For the last two weeks I have taken a brief break from research. Once I got back to the States, I had to unpack and then re-pack so I could move back to Williamsburg for Residence Life training. I’m a Program Advocate so we have to have our training completed before the RAs start their training. My co-workers and I have all been very busy in the Programming Resource Center prepping the space and helping the Head Residents and RAs make their bulletin boards and door tags. Training is winding down now, though, which means that research will be able to start to pick up again. I’ll be sure to update you soon with anything that I find!
First things first, I’m sorry for the belated update!
With only a few days left in London before I venture back to the States and William and Mary, I have come to the decision to revise my thesis topic. Earlier this summer I was worried that I may not be able to find enough information on fashion dolls to complete my proposed project. Unfortunately, I have found this to be the case. I am still interested in how fashion was advertised and disseminated, however, and have decided to research fashion advertisement more broadly. With this new focus, I intend to look at how fashion trends were spread across national boundaries and what prompted changes in how these trends were spread (the printing press, for example). As you can see, I still have many questions to answer regarding my topic: do I want to look at how fashion was advertised before fashion dolls and, if so, how far back do I want to look? And how far forward do I want to look with my revised topic? Do I want to continue to the present day, Internet, and social media or stop at newspaper and magazine advertisements of the nineteenth century? Until I get these broader questions answered, I’ll give an example of one method through which fashion trends were disseminated during the Tudor era.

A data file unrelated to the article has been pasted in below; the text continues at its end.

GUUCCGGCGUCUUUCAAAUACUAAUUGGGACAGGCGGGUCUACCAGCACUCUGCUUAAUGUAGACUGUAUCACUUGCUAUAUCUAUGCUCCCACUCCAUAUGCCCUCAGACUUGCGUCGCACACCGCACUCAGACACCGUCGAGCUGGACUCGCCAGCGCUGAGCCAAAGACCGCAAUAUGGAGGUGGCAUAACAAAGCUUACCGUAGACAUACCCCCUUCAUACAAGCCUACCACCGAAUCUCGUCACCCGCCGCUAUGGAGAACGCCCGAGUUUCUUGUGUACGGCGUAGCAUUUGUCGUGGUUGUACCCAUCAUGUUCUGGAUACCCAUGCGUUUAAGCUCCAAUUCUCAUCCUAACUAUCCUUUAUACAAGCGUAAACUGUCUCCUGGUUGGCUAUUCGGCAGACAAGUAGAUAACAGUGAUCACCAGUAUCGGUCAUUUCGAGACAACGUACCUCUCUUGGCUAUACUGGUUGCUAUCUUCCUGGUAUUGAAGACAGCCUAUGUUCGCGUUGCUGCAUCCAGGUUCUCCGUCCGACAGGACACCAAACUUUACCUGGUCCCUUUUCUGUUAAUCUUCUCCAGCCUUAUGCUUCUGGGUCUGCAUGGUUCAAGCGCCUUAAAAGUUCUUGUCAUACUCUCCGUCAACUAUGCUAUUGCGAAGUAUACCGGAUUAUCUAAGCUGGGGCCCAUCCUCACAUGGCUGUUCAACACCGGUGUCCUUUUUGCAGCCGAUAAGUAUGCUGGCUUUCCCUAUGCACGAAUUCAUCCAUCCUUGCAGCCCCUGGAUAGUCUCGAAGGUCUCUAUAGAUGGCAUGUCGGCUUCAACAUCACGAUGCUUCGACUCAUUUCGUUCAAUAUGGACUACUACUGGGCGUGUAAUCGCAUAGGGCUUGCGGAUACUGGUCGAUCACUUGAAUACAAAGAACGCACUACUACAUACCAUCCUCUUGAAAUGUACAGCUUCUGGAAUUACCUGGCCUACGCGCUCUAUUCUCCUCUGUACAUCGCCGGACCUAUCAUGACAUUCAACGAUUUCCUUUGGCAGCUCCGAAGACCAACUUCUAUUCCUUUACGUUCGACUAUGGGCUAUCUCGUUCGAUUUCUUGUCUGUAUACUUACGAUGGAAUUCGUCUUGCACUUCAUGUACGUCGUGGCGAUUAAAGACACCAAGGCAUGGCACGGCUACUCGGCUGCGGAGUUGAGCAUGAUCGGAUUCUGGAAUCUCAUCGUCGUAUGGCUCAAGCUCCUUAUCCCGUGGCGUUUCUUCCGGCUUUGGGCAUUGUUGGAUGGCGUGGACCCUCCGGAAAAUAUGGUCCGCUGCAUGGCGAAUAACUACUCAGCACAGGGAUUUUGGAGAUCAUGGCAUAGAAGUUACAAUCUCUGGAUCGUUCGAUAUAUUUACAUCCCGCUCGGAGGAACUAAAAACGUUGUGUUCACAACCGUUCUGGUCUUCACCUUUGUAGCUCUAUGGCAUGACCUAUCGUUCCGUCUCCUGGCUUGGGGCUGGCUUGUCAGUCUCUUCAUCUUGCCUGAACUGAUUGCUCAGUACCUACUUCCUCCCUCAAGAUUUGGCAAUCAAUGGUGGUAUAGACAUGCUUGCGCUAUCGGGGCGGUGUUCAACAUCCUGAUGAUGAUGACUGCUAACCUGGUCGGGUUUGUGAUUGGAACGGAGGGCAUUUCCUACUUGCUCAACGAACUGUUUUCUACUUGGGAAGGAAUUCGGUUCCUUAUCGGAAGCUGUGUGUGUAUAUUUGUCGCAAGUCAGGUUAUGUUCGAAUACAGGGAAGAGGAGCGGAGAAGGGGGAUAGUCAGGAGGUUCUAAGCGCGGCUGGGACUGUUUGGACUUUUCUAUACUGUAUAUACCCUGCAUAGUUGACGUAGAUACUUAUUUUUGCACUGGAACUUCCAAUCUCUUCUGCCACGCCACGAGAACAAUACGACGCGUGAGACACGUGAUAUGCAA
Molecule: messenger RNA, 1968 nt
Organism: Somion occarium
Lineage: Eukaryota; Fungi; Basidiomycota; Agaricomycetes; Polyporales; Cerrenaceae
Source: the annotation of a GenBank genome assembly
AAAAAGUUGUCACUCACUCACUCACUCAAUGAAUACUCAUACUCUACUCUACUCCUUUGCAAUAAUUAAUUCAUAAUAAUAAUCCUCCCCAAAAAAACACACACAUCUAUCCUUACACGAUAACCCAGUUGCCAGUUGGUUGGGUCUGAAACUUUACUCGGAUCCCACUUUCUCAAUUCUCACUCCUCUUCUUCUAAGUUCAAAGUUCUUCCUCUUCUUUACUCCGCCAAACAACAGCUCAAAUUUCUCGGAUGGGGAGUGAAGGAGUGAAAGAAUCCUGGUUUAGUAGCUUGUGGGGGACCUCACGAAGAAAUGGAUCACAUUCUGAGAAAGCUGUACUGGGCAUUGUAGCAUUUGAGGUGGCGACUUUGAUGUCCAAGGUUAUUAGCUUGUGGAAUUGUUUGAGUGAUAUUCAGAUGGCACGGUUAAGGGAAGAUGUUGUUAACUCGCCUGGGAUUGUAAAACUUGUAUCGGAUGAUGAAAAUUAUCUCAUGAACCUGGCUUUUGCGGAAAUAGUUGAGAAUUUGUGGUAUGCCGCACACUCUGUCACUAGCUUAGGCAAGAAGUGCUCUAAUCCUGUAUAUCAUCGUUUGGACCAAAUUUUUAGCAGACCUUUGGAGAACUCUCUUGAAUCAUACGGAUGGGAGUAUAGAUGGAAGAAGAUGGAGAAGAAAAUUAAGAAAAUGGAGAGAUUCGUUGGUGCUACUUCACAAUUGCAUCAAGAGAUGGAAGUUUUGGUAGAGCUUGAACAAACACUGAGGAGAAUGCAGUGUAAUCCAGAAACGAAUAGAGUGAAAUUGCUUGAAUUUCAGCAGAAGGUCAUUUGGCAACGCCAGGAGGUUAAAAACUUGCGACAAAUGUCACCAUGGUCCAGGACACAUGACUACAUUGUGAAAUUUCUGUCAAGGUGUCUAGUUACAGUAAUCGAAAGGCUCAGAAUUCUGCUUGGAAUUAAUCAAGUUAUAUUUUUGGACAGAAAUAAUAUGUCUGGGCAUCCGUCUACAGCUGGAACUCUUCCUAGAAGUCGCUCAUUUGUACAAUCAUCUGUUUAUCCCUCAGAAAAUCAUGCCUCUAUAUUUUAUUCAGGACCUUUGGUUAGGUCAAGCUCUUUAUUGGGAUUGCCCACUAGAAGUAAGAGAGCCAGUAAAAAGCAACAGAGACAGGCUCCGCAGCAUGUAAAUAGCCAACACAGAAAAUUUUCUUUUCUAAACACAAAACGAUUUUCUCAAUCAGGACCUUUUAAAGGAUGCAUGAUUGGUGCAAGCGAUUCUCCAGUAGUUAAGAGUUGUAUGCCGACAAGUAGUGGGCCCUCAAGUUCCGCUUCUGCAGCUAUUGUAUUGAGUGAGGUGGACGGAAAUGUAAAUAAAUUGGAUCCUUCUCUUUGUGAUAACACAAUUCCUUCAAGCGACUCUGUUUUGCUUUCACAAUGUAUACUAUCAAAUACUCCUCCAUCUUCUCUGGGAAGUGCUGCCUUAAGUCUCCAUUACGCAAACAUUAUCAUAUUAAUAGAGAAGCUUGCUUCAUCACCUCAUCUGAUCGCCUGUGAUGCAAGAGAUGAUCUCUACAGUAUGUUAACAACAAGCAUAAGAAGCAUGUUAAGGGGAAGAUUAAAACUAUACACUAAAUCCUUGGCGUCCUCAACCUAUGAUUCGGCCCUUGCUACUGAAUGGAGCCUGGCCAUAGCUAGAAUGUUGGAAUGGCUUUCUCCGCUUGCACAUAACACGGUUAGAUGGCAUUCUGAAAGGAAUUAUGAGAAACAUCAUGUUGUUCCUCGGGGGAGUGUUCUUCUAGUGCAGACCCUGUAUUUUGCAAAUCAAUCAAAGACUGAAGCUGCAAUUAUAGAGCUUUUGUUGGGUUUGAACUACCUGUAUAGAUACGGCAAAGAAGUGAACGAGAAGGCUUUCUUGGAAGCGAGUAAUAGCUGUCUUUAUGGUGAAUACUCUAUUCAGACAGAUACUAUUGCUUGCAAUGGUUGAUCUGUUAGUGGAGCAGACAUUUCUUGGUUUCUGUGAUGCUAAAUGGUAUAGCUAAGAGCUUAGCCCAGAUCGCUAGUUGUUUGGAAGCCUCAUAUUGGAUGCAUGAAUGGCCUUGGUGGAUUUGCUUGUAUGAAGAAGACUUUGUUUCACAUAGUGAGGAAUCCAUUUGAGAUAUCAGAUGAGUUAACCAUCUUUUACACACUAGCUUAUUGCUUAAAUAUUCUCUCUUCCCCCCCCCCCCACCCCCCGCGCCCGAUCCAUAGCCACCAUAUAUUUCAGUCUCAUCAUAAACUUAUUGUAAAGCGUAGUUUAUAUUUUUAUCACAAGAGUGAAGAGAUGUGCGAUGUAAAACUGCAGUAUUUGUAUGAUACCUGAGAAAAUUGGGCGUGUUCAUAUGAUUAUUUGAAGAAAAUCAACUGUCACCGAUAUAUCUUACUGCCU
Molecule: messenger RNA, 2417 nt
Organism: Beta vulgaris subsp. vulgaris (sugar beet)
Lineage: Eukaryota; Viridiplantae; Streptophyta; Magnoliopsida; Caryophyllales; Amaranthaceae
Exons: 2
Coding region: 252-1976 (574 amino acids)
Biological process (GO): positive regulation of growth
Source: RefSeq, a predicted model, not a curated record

Hello again –
I’ve been in London for a little over a month now and can safely say that I’ve adjusted to life across the pond. I’ve experienced rain, watched the Jubilee river pageant and a cricket match, and seen some more buildings by our beloved Christopher Wren (none of which come close to rivaling the Wren building, of course!). The reason I’m in London, though, is for research and my research is, unfortunately, not going as well I would have liked.
My name is Lauren Greene and I’m a rising senior at the College, majoring in History and minoring in Russian and Post-Soviet Studies. This summer I will start working on my honors thesis, and I’d like to thank the Charles Center and Richard Kraemer for their support. I’ve never conducted research like this before so I’m not exactly sure what to expect, but I am definitely looking forward to it!